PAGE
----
BACK TO THE FUTURE
Primary School teacher Ben King offers some words of support
It is hard to look back and think about what the world has gone through since March. For as long as I live, I will never forget my colleagues and I standing around a screen in a classroom watching Boris Johnson announce schools would close.
It was a surreal moment and nobody really knew what to say or what do. How could we, even during the World Wars schools had mostly remained open. Saying goodbye to my class was a unique and humbling experience, not knowing when they would return or even if they would – though I think most of us had envisaged a return for all before September.
Fast forward five months and here we are. The memories of toilet roll shortages seem as distant now as events of many years ago, so much has been crammed into this time. However, as I write this all will be welcomed back in September in as normal a way as is possible. Staggered start and end times, individual stationery, year group bubbles and no whole school assemblies are just some of the strategy’s schools will employ to protect both staff and students.
The irony being this is what many schools were already doing in the one or two weeks before lockdown.
As restrictions eased slightly we opened our doors to as many of our students as physically possible. Year 6 were in, all of them, every day. R and Year 1 come in on a rota (remember the guidance was just that, guidance). And it enabled us to teach as many of our children as we possibly could, as much as we could.
After that first week we met – socially distanced – as a staff to check on the progress. From 4-year-olds to 11-year-olds, from our most experienced teachers to our NQTs, the message was crystal clear: They just want to get on. They just want to learn.
Now, of course, there are some children in our communities that will have had a more challenging time than others during Covid-19. However surely the emotional support, the pastoral care etc continued during lockdown? These children were not just left to fret emotionally and we invited many of our most vulnerable or those with SEN concerns into the school to have a look around (from external vantage points) as to what school would be like.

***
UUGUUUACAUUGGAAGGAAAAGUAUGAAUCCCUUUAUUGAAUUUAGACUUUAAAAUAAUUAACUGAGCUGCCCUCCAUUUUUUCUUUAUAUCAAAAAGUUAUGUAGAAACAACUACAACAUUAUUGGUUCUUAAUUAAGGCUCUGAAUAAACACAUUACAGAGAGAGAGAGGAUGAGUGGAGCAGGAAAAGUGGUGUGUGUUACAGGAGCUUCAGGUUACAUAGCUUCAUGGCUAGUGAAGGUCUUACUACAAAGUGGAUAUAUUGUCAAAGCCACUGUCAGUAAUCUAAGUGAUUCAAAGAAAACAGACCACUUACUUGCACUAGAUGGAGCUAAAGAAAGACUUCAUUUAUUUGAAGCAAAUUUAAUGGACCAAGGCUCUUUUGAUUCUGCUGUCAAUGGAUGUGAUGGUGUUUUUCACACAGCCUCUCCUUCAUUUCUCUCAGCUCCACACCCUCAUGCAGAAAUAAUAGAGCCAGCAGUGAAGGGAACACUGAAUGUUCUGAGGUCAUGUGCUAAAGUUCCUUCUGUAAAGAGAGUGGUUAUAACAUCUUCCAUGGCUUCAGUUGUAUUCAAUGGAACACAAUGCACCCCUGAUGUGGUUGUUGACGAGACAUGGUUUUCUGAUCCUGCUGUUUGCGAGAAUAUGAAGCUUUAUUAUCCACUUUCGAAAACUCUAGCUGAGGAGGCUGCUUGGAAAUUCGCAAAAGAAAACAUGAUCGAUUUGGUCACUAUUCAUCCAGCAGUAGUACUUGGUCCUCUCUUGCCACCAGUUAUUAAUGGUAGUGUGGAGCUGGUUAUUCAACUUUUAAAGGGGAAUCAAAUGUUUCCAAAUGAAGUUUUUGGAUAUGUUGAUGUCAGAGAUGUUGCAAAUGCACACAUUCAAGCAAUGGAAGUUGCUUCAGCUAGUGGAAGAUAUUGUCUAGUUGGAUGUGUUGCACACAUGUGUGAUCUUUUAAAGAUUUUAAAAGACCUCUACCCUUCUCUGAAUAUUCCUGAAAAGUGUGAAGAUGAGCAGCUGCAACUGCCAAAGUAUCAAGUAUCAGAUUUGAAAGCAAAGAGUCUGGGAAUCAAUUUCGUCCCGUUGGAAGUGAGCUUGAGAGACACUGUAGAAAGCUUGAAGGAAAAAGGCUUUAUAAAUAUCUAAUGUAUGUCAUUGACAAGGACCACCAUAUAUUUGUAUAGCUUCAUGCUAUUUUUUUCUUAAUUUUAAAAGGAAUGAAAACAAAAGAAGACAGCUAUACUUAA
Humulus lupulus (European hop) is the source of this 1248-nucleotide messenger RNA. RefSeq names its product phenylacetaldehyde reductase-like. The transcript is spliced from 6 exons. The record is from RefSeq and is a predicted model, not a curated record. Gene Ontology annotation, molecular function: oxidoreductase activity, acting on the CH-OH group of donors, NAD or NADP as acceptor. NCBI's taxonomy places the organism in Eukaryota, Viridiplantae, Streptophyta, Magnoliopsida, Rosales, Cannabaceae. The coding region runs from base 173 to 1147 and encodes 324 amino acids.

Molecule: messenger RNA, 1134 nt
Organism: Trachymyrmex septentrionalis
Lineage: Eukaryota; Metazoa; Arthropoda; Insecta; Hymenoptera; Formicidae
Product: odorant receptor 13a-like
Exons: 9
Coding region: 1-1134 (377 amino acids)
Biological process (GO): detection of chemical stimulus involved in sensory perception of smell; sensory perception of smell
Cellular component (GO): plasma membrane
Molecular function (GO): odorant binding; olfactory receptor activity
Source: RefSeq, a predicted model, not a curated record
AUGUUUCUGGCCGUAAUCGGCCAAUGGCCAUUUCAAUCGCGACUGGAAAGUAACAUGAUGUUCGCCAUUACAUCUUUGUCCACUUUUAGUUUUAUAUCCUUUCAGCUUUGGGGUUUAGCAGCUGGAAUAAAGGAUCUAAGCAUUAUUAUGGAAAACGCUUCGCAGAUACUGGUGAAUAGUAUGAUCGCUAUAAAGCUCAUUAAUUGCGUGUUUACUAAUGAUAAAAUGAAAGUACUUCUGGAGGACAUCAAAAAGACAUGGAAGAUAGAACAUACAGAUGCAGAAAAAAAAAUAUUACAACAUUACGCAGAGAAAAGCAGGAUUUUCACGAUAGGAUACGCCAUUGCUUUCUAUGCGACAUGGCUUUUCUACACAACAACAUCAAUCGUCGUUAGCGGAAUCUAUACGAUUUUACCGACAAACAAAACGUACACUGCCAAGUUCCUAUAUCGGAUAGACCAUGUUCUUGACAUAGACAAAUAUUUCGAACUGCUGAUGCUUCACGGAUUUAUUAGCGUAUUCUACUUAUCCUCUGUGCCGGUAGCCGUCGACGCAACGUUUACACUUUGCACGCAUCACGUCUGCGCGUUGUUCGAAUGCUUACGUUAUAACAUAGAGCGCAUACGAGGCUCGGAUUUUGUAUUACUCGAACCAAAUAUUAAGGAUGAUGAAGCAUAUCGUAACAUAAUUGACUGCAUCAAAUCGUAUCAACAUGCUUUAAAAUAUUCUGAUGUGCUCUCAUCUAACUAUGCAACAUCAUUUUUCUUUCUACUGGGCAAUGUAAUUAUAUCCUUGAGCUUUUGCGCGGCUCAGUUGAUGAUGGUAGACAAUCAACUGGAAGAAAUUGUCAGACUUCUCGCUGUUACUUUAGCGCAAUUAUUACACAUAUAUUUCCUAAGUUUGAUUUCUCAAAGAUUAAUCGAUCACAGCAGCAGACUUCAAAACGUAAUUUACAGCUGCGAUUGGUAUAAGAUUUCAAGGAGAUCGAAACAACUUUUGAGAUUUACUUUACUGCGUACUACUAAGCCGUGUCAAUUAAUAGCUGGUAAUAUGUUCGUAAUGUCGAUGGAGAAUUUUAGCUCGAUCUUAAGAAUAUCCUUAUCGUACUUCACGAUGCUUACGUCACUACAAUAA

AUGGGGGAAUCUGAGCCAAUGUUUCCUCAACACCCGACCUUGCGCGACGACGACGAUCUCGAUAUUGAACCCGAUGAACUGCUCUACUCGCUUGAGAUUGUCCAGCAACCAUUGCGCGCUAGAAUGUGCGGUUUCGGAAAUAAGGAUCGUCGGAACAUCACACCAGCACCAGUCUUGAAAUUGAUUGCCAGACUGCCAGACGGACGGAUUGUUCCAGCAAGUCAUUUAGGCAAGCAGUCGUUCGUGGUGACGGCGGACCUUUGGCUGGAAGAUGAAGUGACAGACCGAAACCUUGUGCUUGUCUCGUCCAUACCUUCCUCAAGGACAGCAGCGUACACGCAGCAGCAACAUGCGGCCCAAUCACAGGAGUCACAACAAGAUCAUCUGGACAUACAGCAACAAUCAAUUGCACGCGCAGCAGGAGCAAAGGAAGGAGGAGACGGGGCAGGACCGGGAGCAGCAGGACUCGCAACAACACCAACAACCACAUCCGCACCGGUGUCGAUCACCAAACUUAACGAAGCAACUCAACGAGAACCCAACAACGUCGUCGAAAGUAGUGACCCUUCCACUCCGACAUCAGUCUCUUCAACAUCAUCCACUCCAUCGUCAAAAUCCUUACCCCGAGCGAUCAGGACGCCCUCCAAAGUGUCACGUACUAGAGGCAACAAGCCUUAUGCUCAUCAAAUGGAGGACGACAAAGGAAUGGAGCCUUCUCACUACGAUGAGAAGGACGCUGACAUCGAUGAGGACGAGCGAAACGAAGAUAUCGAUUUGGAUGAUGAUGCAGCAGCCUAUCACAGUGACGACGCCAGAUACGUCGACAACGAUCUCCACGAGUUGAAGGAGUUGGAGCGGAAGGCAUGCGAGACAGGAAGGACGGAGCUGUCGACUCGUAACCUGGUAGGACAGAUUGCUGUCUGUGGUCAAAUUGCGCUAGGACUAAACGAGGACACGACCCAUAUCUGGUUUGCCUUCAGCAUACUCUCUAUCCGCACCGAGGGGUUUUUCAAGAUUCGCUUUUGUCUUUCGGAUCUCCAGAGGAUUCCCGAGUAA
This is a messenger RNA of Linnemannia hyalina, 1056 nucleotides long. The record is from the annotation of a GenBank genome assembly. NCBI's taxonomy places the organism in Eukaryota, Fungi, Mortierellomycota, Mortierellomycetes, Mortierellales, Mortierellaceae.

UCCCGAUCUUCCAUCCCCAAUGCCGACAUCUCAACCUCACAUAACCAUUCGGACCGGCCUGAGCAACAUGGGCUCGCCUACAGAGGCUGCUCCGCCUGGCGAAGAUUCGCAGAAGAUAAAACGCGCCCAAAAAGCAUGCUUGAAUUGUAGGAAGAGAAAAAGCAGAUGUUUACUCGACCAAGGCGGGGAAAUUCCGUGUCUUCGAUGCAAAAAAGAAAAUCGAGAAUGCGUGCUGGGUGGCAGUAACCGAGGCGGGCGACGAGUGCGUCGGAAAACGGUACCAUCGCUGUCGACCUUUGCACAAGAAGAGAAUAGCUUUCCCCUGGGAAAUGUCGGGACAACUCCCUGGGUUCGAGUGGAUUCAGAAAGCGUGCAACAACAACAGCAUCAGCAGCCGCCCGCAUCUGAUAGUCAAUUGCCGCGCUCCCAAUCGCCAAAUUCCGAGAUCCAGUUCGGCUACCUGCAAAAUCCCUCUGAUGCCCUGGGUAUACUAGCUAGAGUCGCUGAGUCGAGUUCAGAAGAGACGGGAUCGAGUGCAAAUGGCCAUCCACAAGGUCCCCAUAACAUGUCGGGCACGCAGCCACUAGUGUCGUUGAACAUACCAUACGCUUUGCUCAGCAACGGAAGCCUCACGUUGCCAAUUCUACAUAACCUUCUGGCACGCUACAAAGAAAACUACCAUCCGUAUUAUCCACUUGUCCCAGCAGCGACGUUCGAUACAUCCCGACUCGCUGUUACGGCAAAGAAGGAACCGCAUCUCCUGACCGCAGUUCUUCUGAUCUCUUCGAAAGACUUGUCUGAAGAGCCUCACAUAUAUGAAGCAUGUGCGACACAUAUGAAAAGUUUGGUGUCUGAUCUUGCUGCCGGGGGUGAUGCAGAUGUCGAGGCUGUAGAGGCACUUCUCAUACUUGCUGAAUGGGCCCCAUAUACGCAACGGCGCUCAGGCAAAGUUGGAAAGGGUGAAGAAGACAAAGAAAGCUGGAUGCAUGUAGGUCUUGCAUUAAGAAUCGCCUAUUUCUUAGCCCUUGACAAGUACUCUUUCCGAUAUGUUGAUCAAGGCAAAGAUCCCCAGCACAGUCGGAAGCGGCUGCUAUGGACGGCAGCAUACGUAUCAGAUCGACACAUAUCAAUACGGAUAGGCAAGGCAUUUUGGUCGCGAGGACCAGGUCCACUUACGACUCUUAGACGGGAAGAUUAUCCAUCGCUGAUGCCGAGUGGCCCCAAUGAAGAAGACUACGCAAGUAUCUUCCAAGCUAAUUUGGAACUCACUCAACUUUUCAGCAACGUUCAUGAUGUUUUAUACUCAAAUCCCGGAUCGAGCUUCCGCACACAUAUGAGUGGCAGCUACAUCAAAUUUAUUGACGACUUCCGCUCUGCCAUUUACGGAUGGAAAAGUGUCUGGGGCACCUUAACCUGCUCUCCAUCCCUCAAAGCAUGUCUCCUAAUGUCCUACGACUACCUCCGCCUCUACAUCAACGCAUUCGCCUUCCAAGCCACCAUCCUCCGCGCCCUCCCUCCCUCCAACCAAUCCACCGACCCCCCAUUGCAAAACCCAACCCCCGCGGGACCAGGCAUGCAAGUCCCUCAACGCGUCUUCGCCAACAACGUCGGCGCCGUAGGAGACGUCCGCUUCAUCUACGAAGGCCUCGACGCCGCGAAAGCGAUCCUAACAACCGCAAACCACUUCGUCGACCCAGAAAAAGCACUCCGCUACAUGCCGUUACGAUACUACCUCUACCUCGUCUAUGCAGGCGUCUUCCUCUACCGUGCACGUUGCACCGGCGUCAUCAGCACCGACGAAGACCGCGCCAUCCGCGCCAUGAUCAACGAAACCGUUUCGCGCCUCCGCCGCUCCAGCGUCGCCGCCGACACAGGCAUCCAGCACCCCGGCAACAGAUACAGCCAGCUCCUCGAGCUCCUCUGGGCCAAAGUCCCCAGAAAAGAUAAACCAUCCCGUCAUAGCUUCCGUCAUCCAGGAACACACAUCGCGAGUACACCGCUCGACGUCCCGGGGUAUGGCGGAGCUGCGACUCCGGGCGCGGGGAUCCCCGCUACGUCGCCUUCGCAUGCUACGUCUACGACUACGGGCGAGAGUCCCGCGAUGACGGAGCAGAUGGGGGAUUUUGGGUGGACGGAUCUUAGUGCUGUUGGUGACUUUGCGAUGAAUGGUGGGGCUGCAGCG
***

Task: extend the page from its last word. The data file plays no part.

Both our SEN team, current and future class teachers spoke to children and supported and advised, encouraged and nurtured. We had no issues or concerns upon reopening. And let us not forget here, I am referring to what in most schools will be a relatively small percentage of children.
For the majority this transition will be straight forward and for many the biggest challenge will be the restriction of extra-curricular clubs due to not wanting year groups to mix.
Of course, we will offer emotional support where needed – like we would at all times – however children by and large will not want to return to school in September to a sorrowful teacher asking, ‘Are you all ok?’.
This will create an environment of self-perpetuating sadness and worry. Children need structure, they need normality and they need something to focus on. A return to as normal as possible curriculum as quickly as possible is integral to protecting our children’s emotions and ensuring they are happy and learning.
There will be those who struggle, but we can’t cite extreme cases as the norm. Teachers and staff want to move on from this awful experience whilst still being aware that it isn’t truly over and that we must follow guidance.
A whole week of welcome back work in September, dozens of PSHE lessons one after the other or endless circle time where we talk about our high and low moments will make the situation worse.
It will remove the excitement children are feeling about seeing their friends again and will reinforce any of the slight fears or anxieties children are holding. I hope to see as much normality as possible when September comes and I know as a child I would have too.